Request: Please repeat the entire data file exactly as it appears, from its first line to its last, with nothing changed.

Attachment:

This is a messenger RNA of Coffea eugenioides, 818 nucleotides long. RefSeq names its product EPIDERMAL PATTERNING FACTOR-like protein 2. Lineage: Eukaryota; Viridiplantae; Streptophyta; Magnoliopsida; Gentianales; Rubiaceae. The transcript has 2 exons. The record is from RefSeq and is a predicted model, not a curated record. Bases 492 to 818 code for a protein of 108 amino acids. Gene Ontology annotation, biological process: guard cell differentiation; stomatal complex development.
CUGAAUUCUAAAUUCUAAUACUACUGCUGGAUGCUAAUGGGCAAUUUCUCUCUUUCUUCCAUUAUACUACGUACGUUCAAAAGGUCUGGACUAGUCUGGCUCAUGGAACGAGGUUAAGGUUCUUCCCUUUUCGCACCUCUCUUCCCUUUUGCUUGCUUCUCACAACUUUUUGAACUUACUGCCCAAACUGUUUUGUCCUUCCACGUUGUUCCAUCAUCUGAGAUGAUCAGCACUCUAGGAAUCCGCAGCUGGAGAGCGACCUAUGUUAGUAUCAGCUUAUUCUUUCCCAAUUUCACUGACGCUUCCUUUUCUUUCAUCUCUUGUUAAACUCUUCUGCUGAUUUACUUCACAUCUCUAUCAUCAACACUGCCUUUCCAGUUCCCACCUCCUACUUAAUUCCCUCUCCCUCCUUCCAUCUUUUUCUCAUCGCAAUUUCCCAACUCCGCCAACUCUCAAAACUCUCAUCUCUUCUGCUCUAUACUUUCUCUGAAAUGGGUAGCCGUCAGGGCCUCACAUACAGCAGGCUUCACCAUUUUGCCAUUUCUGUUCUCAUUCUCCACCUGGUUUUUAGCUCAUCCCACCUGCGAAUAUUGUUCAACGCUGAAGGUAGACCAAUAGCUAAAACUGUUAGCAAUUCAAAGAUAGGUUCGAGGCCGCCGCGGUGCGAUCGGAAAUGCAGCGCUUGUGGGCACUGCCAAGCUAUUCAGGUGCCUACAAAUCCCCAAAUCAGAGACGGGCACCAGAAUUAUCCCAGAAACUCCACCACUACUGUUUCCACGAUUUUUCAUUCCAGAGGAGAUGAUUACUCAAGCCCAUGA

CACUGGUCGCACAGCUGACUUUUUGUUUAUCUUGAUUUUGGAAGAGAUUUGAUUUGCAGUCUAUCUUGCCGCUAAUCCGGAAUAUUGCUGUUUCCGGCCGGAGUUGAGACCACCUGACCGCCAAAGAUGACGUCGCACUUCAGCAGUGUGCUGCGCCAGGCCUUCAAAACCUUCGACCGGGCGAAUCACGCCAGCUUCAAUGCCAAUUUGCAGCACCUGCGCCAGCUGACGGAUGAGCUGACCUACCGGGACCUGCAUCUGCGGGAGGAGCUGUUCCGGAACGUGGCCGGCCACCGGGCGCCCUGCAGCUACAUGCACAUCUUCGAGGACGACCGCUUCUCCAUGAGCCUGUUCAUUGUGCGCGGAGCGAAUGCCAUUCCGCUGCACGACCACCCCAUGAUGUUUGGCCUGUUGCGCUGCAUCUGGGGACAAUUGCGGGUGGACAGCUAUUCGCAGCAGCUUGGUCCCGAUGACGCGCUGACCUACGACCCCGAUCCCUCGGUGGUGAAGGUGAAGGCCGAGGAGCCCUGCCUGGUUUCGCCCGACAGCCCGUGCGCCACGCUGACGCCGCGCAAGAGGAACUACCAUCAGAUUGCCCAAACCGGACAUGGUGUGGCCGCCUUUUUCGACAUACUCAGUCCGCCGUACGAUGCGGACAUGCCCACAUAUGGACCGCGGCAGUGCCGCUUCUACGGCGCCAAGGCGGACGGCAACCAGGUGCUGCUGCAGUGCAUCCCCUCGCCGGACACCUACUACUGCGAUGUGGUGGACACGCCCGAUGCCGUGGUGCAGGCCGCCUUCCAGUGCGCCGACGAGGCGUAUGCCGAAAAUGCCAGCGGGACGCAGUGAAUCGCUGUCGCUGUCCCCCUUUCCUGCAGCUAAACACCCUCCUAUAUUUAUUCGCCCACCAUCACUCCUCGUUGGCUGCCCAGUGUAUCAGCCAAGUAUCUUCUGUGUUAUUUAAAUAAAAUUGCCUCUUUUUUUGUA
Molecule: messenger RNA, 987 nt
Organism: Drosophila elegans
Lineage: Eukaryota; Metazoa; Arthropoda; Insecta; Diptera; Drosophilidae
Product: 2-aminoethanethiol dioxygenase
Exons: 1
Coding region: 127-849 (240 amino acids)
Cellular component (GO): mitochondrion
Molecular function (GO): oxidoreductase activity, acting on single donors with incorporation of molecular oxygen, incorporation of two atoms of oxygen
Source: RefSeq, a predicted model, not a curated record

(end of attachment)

This is a messenger RNA of Coffea eugenioides, 818 nucleotides long. RefSeq names its product EPIDERMAL PATTERNING FACTOR-like protein 2. Lineage: Eukaryota; Viridiplantae; Streptophyta; Magnoliopsida; Gentianales; Rubiaceae. The transcript has 2 exons. The record is from RefSeq and is a predicted model, not a curated record. Bases 492 to 818 code for a protein of 108 amino acids. Gene Ontology annotation, biological process: guard cell differentiation; stomatal complex development.
CUGAAUUCUAAAUUCUAAUACUACUGCUGGAUGCUAAUGGGCAAUUUCUCUCUUUCUUCCAUUAUACUACGUACGUUCAAAAGGUCUGGACUAGUCUGGCUCAUGGAACGAGGUUAAGGUUCUUCCCUUUUCGCACCUCUCUUCCCUUUUGCUUGCUUCUCACAACUUUUUGAACUUACUGCCCAAACUGUUUUGUCCUUCCACGUUGUUCCAUCAUCUGAGAUGAUCAGCACUCUAGGAAUCCGCAGCUGGAGAGCGACCUAUGUUAGUAUCAGCUUAUUCUUUCCCAAUUUCACUGACGCUUCCUUUUCUUUCAUCUCUUGUUAAACUCUUCUGCUGAUUUACUUCACAUCUCUAUCAUCAACACUGCCUUUCCAGUUCCCACCUCCUACUUAAUUCCCUCUCCCUCCUUCCAUCUUUUUCUCAUCGCAAUUUCCCAACUCCGCCAACUCUCAAAACUCUCAUCUCUUCUGCUCUAUACUUUCUCUGAAAUGGGUAGCCGUCAGGGCCUCACAUACAGCAGGCUUCACCAUUUUGCCAUUUCUGUUCUCAUUCUCCACCUGGUUUUUAGCUCAUCCCACCUGCGAAUAUUGUUCAACGCUGAAGGUAGACCAAUAGCUAAAACUGUUAGCAAUUCAAAGAUAGGUUCGAGGCCGCCGCGGUGCGAUCGGAAAUGCAGCGCUUGUGGGCACUGCCAAGCUAUUCAGGUGCCUACAAAUCCCCAAAUCAGAGACGGGCACCAGAAUUAUCCCAGAAACUCCACCACUACUGUUUCCACGAUUUUUCAUUCCAGAGGAGAUGAUUACUCAAGCCCAUGA

CACUGGUCGCACAGCUGACUUUUUGUUUAUCUUGAUUUUGGAAGAGAUUUGAUUUGCAGUCUAUCUUGCCGCUAAUCCGGAAUAUUGCUGUUUCCGGCCGGAGUUGAGACCACCUGACCGCCAAAGAUGACGUCGCACUUCAGCAGUGUGCUGCGCCAGGCCUUCAAAACCUUCGACCGGGCGAAUCACGCCAGCUUCAAUGCCAAUUUGCAGCACCUGCGCCAGCUGACGGAUGAGCUGACCUACCGGGACCUGCAUCUGCGGGAGGAGCUGUUCCGGAACGUGGCCGGCCACCGGGCGCCCUGCAGCUACAUGCACAUCUUCGAGGACGACCGCUUCUCCAUGAGCCUGUUCAUUGUGCGCGGAGCGAAUGCCAUUCCGCUGCACGACCACCCCAUGAUGUUUGGCCUGUUGCGCUGCAUCUGGGGACAAUUGCGGGUGGACAGCUAUUCGCAGCAGCUUGGUCCCGAUGACGCGCUGACCUACGACCCCGAUCCCUCGGUGGUGAAGGUGAAGGCCGAGGAGCCCUGCCUGGUUUCGCCCGACAGCCCGUGCGCCACGCUGACGCCGCGCAAGAGGAACUACCAUCAGAUUGCCCAAACCGGACAUGGUGUGGCCGCCUUUUUCGACAUACUCAGUCCGCCGUACGAUGCGGACAUGCCCACAUAUGGACCGCGGCAGUGCCGCUUCUACGGCGCCAAGGCGGACGGCAACCAGGUGCUGCUGCAGUGCAUCCCCUCGCCGGACACCUACUACUGCGAUGUGGUGGACACGCCCGAUGCCGUGGUGCAGGCCGCCUUCCAGUGCGCCGACGAGGCGUAUGCCGAAAAUGCCAGCGGGACGCAGUGAAUCGCUGUCGCUGUCCCCCUUUCCUGCAGCUAAACACCCUCCUAUAUUUAUUCGCCCACCAUCACUCCUCGUUGGCUGCCCAGUGUAUCAGCCAAGUAUCUUCUGUGUUAUUUAAAUAAAAUUGCCUCUUUUUUUGUA
Molecule: messenger RNA, 987 nt
Organism: Drosophila elegans
Lineage: Eukaryota; Metazoa; Arthropoda; Insecta; Diptera; Drosophilidae
Product: 2-aminoethanethiol dioxygenase
Exons: 1
Coding region: 127-849 (240 amino acids)
Cellular component (GO): mitochondrion
Molecular function (GO): oxidoreductase activity, acting on single donors with incorporation of molecular oxygen, incorporation of two atoms of oxygen
Source: RefSeq, a predicted model, not a curated record